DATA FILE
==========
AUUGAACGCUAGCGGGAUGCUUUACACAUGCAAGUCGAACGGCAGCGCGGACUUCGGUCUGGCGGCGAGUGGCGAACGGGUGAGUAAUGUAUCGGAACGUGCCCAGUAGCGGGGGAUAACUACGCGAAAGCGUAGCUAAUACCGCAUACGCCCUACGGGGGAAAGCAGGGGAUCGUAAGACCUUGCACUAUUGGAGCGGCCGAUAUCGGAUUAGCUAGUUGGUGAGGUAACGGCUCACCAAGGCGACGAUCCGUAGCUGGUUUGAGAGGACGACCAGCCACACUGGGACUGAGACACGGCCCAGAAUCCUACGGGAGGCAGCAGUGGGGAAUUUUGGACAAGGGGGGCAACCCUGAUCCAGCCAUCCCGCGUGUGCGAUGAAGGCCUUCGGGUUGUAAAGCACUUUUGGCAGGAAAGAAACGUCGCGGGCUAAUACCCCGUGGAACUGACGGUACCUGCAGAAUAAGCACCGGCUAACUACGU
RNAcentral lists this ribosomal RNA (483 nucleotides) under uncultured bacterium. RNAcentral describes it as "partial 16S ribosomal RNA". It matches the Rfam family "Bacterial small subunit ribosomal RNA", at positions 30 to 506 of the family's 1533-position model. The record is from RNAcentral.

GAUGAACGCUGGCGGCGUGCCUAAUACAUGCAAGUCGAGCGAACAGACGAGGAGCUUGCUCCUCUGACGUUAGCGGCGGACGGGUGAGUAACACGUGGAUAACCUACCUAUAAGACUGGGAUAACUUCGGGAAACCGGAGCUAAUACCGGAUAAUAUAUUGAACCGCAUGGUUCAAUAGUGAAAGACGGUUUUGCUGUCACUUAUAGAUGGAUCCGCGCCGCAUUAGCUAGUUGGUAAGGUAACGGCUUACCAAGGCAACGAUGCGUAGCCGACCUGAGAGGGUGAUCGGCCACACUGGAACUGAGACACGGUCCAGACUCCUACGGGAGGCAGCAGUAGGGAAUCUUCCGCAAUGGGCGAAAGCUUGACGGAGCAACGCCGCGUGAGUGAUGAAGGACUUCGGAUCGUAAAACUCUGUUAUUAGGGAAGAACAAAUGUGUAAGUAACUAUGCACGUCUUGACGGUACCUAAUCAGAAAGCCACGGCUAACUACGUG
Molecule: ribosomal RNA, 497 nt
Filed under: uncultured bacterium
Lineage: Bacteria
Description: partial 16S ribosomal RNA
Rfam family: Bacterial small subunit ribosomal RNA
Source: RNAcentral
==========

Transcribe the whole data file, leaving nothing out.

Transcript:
AUUGAACGCUAGCGGGAUGCUUUACACAUGCAAGUCGAACGGCAGCGCGGACUUCGGUCUGGCGGCGAGUGGCGAACGGGUGAGUAAUGUAUCGGAACGUGCCCAGUAGCGGGGGAUAACUACGCGAAAGCGUAGCUAAUACCGCAUACGCCCUACGGGGGAAAGCAGGGGAUCGUAAGACCUUGCACUAUUGGAGCGGCCGAUAUCGGAUUAGCUAGUUGGUGAGGUAACGGCUCACCAAGGCGACGAUCCGUAGCUGGUUUGAGAGGACGACCAGCCACACUGGGACUGAGACACGGCCCAGAAUCCUACGGGAGGCAGCAGUGGGGAAUUUUGGACAAGGGGGGCAACCCUGAUCCAGCCAUCCCGCGUGUGCGAUGAAGGCCUUCGGGUUGUAAAGCACUUUUGGCAGGAAAGAAACGUCGCGGGCUAAUACCCCGUGGAACUGACGGUACCUGCAGAAUAAGCACCGGCUAACUACGU
RNAcentral lists this ribosomal RNA (483 nucleotides) under uncultured bacterium. RNAcentral describes it as "partial 16S ribosomal RNA". It matches the Rfam family "Bacterial small subunit ribosomal RNA", at positions 30 to 506 of the family's 1533-position model. The record is from RNAcentral.

GAUGAACGCUGGCGGCGUGCCUAAUACAUGCAAGUCGAGCGAACAGACGAGGAGCUUGCUCCUCUGACGUUAGCGGCGGACGGGUGAGUAACACGUGGAUAACCUACCUAUAAGACUGGGAUAACUUCGGGAAACCGGAGCUAAUACCGGAUAAUAUAUUGAACCGCAUGGUUCAAUAGUGAAAGACGGUUUUGCUGUCACUUAUAGAUGGAUCCGCGCCGCAUUAGCUAGUUGGUAAGGUAACGGCUUACCAAGGCAACGAUGCGUAGCCGACCUGAGAGGGUGAUCGGCCACACUGGAACUGAGACACGGUCCAGACUCCUACGGGAGGCAGCAGUAGGGAAUCUUCCGCAAUGGGCGAAAGCUUGACGGAGCAACGCCGCGUGAGUGAUGAAGGACUUCGGAUCGUAAAACUCUGUUAUUAGGGAAGAACAAAUGUGUAAGUAACUAUGCACGUCUUGACGGUACCUAAUCAGAAAGCCACGGCUAACUACGUG
Molecule: ribosomal RNA, 497 nt
Filed under: uncultured bacterium
Lineage: Bacteria
Description: partial 16S ribosomal RNA
Rfam family: Bacterial small subunit ribosomal RNA
Source: RNAcentral